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Several days passed. On Thursday afternoon Kit arrived in Smyrna, accompanied by his generous California friend Henry Miller. They put up at the hotel, and after dinner Kit walked over to the house occupied by his uncle.
Mr. Watson saw him from the window, and hastening to the door opened it himself.
"Good afternoon, Uncle Stephen," said Kit.
"So you're back!" said his uncle curtly.
"Yes; did you expect me?"
"James Schuyler told me you were coming."
"Yes, I wrote him that he might inform you."
"That was a good thought of yours. I have made arrangements for you."
"I shall take you over to Oakford on Saturday, and place you with Aaron Bickford to learn the blacksmith's trade. This time I'd advise you not to run away."
Kit didn't exhibit any dismay when his uncle informed him of the plan he had arranged for him.
"I will talk this over with you, Uncle Stephen," he said. "With your permission I will go into the house."
"You can stay here till Saturday. Then you will go with me to Oakford."
Kit followed his uncle into the house. "I have something important to say to you, Uncle Stephen," he went on. "Sit down, and I will tell you what I have discovered within the last few months."
Stephen Watson anxiously awaited Kit's communication.
"Can he have found out?" he asked himself. "But no! it is impossible."
"I will give you five minutes to tell me your astonishing discovery," he said, with an attempt at his usual sneer.
"I may need a longer time, but I will be as quick as I can. Among the places where our circus exhibited was Glendale, Pennsylvania. Remembering that you once lived there, I made inquiries about you in the village. I saw the house where you lived for many years. Judge of my surprise when I learned that you were always in extreme poverty. Then I recalled your story of having lent my father ten thousand dollars, in payment of which you took the bulk of his property. I mentioned it, and found that it was pronounced preposterous. I discovered that on the other hand, you were frequently the recipient of money gifts from my poor father. In return for this you have attempted to rob his son. The note which you presented against the estate was undoubtedly a forgery. But even had it been genuine, the property of which you took possession must have amounted to at least twenty thousand dollars."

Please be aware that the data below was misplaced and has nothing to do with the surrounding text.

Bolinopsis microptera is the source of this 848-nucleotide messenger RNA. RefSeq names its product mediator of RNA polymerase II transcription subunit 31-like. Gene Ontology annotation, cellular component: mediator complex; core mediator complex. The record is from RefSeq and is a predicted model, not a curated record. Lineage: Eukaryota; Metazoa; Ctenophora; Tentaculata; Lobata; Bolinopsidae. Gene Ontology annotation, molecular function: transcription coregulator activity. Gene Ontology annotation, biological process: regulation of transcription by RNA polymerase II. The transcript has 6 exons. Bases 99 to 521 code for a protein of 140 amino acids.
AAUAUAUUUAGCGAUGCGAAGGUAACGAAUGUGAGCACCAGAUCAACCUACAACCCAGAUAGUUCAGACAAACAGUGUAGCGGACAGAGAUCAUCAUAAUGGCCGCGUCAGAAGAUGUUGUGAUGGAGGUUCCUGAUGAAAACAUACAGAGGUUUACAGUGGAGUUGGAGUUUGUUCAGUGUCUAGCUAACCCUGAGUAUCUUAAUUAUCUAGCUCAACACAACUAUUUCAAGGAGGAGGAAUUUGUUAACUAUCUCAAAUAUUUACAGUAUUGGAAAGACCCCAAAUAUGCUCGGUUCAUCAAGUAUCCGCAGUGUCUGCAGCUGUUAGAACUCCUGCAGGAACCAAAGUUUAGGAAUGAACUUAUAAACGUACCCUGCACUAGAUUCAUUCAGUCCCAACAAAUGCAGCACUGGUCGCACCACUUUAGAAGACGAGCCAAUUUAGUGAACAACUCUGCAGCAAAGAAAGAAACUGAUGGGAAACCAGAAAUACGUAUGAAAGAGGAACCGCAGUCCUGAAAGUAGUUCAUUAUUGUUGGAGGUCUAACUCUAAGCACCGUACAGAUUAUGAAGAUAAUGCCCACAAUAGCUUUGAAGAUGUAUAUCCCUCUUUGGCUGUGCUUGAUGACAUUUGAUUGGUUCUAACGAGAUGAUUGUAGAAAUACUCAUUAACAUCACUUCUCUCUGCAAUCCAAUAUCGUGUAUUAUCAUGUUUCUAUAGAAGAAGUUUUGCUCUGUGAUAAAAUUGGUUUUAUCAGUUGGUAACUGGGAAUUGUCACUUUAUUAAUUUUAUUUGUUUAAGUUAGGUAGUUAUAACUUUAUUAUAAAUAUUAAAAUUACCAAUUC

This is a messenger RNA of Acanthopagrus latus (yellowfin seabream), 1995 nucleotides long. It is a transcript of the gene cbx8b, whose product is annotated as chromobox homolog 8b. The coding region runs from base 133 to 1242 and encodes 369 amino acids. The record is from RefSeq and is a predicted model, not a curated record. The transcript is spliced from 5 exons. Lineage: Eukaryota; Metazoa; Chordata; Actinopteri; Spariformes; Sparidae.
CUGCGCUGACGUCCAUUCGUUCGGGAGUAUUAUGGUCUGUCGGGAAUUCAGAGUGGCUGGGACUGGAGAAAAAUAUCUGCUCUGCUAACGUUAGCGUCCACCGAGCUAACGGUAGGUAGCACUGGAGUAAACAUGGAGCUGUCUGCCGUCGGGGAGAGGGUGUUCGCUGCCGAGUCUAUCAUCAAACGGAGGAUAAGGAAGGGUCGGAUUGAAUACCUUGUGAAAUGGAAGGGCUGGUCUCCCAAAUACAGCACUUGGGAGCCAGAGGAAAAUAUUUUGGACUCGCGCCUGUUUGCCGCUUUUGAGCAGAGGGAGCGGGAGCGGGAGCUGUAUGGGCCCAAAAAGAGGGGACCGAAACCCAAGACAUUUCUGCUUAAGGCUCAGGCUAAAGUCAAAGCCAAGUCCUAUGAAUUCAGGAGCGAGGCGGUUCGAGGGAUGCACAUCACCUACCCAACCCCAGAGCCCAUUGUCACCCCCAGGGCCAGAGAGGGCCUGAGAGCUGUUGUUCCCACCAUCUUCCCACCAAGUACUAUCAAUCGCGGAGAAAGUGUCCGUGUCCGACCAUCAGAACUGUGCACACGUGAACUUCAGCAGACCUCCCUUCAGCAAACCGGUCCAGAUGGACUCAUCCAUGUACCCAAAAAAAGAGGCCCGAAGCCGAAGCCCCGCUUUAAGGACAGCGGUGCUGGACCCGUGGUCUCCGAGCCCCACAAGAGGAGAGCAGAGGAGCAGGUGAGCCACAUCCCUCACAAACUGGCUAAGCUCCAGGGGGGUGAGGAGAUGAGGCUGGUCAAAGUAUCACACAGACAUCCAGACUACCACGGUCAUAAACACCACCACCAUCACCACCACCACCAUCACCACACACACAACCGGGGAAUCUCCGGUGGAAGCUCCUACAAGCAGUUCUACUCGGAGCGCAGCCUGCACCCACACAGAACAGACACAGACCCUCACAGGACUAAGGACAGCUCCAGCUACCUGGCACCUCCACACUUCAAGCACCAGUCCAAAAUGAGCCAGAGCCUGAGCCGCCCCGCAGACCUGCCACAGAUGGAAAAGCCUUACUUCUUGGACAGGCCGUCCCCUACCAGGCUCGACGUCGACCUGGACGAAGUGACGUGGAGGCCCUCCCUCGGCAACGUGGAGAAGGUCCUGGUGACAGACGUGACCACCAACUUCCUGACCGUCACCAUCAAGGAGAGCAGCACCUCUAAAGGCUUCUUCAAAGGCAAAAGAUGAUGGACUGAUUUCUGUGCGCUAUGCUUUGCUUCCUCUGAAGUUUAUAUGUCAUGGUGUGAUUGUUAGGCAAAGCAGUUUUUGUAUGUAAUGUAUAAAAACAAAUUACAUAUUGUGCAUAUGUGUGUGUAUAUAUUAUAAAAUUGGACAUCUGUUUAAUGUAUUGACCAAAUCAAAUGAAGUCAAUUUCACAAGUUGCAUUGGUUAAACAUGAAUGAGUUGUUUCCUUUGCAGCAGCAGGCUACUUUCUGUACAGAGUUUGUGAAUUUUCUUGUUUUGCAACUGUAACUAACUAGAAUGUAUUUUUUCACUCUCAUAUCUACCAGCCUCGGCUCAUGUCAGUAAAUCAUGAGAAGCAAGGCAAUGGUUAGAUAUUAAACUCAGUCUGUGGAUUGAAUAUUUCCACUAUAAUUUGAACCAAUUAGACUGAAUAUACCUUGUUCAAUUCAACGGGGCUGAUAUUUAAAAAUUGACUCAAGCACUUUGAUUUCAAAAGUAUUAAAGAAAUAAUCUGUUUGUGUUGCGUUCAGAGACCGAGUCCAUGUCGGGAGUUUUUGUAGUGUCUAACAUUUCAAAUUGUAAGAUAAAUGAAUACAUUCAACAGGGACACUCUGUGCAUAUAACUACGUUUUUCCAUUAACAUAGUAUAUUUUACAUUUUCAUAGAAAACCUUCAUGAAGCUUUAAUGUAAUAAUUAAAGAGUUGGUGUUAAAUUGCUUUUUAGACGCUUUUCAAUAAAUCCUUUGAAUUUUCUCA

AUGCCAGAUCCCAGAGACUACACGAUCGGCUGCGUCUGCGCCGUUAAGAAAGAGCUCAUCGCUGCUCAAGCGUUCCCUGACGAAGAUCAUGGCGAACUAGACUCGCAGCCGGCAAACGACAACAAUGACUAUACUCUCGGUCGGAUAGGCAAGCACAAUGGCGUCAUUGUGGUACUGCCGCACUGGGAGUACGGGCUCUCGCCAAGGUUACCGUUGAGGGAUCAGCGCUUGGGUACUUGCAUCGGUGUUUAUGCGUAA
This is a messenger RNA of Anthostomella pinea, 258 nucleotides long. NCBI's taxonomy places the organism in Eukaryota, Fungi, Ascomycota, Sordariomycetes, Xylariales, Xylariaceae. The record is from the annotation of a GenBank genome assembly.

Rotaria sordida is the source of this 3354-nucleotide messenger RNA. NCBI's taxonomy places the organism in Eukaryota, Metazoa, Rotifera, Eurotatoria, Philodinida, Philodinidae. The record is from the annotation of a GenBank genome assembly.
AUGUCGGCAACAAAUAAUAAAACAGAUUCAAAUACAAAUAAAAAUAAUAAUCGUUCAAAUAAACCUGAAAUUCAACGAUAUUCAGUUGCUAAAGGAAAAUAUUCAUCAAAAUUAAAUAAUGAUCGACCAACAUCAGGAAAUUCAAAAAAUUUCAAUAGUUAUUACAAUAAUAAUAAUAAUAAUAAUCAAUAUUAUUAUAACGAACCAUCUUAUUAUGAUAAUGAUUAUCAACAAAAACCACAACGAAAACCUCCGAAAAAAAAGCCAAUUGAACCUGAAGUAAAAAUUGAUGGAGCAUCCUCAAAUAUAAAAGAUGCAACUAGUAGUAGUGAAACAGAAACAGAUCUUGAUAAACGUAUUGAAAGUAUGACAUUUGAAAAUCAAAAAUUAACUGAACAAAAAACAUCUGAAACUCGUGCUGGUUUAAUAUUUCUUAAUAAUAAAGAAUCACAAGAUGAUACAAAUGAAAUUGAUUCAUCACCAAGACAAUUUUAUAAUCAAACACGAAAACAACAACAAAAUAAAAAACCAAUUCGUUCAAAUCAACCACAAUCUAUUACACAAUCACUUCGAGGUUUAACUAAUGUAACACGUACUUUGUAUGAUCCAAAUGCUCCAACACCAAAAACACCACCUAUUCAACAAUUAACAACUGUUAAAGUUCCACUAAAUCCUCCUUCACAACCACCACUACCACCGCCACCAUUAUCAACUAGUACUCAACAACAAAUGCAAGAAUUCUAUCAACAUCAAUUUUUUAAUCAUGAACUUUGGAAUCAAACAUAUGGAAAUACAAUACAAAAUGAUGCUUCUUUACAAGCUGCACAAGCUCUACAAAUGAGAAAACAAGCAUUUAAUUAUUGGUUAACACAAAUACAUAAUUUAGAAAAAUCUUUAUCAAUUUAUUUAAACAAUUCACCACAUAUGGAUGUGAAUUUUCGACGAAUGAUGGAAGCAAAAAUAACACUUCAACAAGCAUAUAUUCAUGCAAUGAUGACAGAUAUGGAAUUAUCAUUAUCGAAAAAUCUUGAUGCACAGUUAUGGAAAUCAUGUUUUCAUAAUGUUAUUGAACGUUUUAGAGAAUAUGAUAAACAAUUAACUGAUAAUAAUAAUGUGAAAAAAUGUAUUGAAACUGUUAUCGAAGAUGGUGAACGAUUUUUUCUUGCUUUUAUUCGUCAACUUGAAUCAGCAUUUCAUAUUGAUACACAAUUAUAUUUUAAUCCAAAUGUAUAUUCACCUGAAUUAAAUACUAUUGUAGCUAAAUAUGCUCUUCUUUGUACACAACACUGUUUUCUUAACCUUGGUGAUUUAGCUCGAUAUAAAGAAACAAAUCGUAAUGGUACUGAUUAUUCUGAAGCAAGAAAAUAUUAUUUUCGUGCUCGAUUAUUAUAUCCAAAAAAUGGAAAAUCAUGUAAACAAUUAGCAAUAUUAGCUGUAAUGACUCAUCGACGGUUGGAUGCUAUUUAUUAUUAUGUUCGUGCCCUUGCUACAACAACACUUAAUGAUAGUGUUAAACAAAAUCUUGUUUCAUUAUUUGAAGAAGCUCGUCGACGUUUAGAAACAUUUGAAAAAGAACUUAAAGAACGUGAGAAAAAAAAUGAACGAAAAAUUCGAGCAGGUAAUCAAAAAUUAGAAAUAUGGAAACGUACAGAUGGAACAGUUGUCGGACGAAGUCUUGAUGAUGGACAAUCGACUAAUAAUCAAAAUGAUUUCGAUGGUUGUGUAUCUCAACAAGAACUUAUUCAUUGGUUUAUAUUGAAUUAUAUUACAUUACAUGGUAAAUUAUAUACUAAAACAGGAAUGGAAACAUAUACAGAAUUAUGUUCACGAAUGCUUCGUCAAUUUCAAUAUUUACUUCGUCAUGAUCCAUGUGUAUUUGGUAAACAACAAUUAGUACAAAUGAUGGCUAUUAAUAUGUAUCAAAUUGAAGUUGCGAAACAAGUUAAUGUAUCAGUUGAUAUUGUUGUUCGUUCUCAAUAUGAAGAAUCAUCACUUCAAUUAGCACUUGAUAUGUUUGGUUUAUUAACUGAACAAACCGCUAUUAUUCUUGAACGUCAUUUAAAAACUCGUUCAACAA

Stephen Watson had not interrupted Kit by a word. He was panic stricken, and absolutely did not know what to say. He finally succeeded in answering hoarsely: "This is an outrageous falsehood, Christopher Watson. It is an ingenious scheme to rob me of what rightfully belongs to me. You must be a fool to think I am going to be frightened by a boy's wild fiction. Leave my house! I would have allowed you to stay till Saturday, but this is too much. If you come here again, I will horsewhip you!"
But even when he was making this threat his face was pallid, and his glance uneasy.
At this moment the bell rang.
Kit himself answered the call, and returned with his friend, Henry Miller.
"Why, it is Mr. Miller!" said Stephen Watson, who had not forgotten that Miller was very wealthy. "When did you return from California?"
"Kit, have you told your uncle?" asked Henry Miller, ignoring this greeting.
"Yes, and he orders me to leave the house."
"Hark you, Stephen Watson!" said Henry Miller sternly. "You are in a bad box. For over a week Kit and I have been looking up matters, and we are prepared to prove that you have outrageously defrauded him out of his father's estate. We have enlisted a first class lawyer in the case, and now we come to you to know whether you will surrender or fight."
"Mr. Miller, this is very strange. Are you in the plot too?"
"Don't talk of any plots, Stephen Watson. Your fraud is so transparent that I wonder you dare to hope it would succeed. You probably presumed upon Kit's being a boy of an unsuspicious nature. But he has found a friend, who was his father's friend before him, and who is determined that he shall be righted."
"I defy you!" exclaimed Stephen Watson recklessly, for he saw that submission would be ruin, and leave him penniless.